Nvidia GeForce GTX 1080 Founders Edition
The GeForce GTX 1080 Founders Edition is Nvidia's current desktop flagship by its own design. Despite an emphasis on craftsmanship in the company's marketing materials and generally improved efficiency, the reference design will have a hard time trying to justify its high price compared to compelling solutions from add-in board partners. This is doubly applicable since the restrictive power target of just 180W and a 172°F (80°C) temperature target are real limitations.
As with the GeForce GTX 1070 Founders Edition, Nvidia chose a mechanical-looking design and a radial fan. The card's true two-slot form factor also makes it a good option in multi-GPU machines.
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Exterior & Interfaces
The GeForce GTX 1080 Founders Edition's shroud is made of injection molded aluminum, and colored both silver and black. The metal cover coveys plenty of quality, but also results in a weight of more than 35 ounces (one kilogram). Both this 1080 and Nvidia's GeForce GTX 1070 Founders Edition have an almost identical weight (the 1080 is just one-third of an ounce, or 10 grams heavier).
Around back, the board is covered by a two-piece plate that serves no practical purpose other than to facilitate a more finished appearance. If you want to increase airflow in a multi-card configuration with 1080s back to back, the plate can be unscrewed without causing a problem.
The top of the card is dominated by a glowing, green GeForce GTX logo. The eight-pin auxiliary power connector is positioned at the end of the card. The sharp-edged and mechanical design may be a matter of taste, but it certainly is distinctive.
A peek at the card's back reveals fins and a mounting frame. Three screw holes are provided for attaching brackets to stabilize the card in a case.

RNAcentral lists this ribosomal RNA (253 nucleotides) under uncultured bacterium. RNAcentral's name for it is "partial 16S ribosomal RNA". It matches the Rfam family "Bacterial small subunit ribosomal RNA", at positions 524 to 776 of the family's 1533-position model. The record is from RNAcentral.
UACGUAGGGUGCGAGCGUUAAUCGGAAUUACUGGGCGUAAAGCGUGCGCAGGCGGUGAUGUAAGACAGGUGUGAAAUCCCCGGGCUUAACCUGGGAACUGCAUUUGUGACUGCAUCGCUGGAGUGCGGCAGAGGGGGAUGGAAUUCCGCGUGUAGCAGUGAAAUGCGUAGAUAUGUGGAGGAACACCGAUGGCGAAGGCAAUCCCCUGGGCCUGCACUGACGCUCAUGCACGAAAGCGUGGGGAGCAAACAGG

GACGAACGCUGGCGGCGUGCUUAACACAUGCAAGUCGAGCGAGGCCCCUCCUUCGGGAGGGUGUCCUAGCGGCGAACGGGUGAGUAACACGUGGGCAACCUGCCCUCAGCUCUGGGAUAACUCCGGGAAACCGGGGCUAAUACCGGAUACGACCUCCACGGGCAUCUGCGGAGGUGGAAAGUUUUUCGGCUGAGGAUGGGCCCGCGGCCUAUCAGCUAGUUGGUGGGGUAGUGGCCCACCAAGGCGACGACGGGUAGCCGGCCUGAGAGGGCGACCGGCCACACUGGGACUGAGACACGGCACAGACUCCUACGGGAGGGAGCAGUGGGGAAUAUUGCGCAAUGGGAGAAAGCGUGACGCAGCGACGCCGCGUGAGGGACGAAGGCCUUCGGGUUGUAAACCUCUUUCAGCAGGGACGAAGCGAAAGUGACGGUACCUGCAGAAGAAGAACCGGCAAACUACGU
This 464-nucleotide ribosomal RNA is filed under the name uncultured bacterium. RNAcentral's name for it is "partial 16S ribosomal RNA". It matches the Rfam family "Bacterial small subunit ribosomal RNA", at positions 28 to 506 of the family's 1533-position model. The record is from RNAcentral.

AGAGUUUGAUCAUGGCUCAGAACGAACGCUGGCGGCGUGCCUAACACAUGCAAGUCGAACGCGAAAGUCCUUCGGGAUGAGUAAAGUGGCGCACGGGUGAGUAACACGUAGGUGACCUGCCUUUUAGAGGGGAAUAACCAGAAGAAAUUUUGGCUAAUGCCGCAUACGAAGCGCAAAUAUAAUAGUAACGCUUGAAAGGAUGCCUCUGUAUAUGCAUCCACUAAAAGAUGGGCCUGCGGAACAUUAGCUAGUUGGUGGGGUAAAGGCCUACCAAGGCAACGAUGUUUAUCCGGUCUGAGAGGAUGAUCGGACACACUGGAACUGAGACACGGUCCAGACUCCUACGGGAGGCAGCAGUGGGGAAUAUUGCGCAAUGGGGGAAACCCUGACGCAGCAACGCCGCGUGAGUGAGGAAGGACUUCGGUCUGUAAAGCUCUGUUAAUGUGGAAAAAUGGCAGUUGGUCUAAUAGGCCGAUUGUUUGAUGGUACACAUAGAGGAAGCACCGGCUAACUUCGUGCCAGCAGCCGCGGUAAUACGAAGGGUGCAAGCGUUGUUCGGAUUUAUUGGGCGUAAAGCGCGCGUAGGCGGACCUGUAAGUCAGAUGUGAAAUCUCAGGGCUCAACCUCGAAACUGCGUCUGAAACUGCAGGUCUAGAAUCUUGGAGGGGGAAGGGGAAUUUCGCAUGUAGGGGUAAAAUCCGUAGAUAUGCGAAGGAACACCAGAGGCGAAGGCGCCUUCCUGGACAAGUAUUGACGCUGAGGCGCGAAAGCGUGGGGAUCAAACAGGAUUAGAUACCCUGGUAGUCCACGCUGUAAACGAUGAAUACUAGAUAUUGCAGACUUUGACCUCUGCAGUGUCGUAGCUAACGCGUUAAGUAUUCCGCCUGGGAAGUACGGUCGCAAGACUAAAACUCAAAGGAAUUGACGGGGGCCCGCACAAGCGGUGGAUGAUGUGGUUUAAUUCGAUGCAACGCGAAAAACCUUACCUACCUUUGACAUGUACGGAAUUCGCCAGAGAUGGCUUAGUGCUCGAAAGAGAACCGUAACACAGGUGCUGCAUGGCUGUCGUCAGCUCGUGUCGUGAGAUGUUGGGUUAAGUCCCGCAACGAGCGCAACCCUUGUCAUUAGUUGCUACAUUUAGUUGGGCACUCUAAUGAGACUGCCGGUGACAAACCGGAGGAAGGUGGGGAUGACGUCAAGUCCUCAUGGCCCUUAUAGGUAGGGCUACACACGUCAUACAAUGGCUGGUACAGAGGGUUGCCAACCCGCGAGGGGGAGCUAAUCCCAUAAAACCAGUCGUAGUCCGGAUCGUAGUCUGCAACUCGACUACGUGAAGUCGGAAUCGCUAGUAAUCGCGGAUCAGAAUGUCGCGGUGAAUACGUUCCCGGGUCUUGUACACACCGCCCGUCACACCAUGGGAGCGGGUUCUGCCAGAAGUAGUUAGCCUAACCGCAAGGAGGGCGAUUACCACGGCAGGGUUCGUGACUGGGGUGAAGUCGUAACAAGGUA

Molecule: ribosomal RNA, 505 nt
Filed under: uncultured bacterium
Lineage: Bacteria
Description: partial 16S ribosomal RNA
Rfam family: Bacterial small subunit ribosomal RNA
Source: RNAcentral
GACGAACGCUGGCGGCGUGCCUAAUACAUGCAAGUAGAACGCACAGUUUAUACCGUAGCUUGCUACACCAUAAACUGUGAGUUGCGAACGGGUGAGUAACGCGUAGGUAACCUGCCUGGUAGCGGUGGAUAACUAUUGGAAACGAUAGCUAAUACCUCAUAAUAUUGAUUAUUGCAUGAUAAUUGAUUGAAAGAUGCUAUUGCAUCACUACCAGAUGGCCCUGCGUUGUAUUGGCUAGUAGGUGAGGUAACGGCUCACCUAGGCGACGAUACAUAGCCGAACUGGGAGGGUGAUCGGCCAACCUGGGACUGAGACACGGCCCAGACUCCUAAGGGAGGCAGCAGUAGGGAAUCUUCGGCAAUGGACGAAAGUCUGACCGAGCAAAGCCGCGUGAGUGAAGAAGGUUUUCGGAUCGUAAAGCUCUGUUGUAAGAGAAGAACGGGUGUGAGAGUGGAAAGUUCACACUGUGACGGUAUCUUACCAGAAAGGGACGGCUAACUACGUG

Five outputs populate the rear bracket, four of which can be used simultaneously in a multi-monitor setup. You get one dual-link DVI-D connector, one HDMI 2.0b port, and three DisplayPort 1.4 outputs. The rest of the plate is ventilated to maximize exhaust flow.
Board & Components
A glance at the PCB reveals that it offers significantly more space than is actually used. In addition to one power phase for the memory, five of the six possible phases for the GPU are implemented. There's even space for an extra power connector, if it's needed.
As you no doubt know, Nvidia taps GDDR5X memory from Micron for this board. Eight of these memory chips operating at 1251 MHz are connected to the GPU through an aggregate 256-bit interface, enabling a theoretical bandwidth of 320 GB/s.
The 5+1-phase system relies on the sparsely documented µP9511P PWM controller. Since this controller can't communicate directly with the VRM's phases, Nvidia utilizes 53603A chips for solid PWM drivers (gate drivers) and controlling the power MOSFETs (primarily of type 4C85N).
Two capacitors are installed right below the GPU to absorb and equalize peaks in voltage. The board design looks tidy and well thought-out.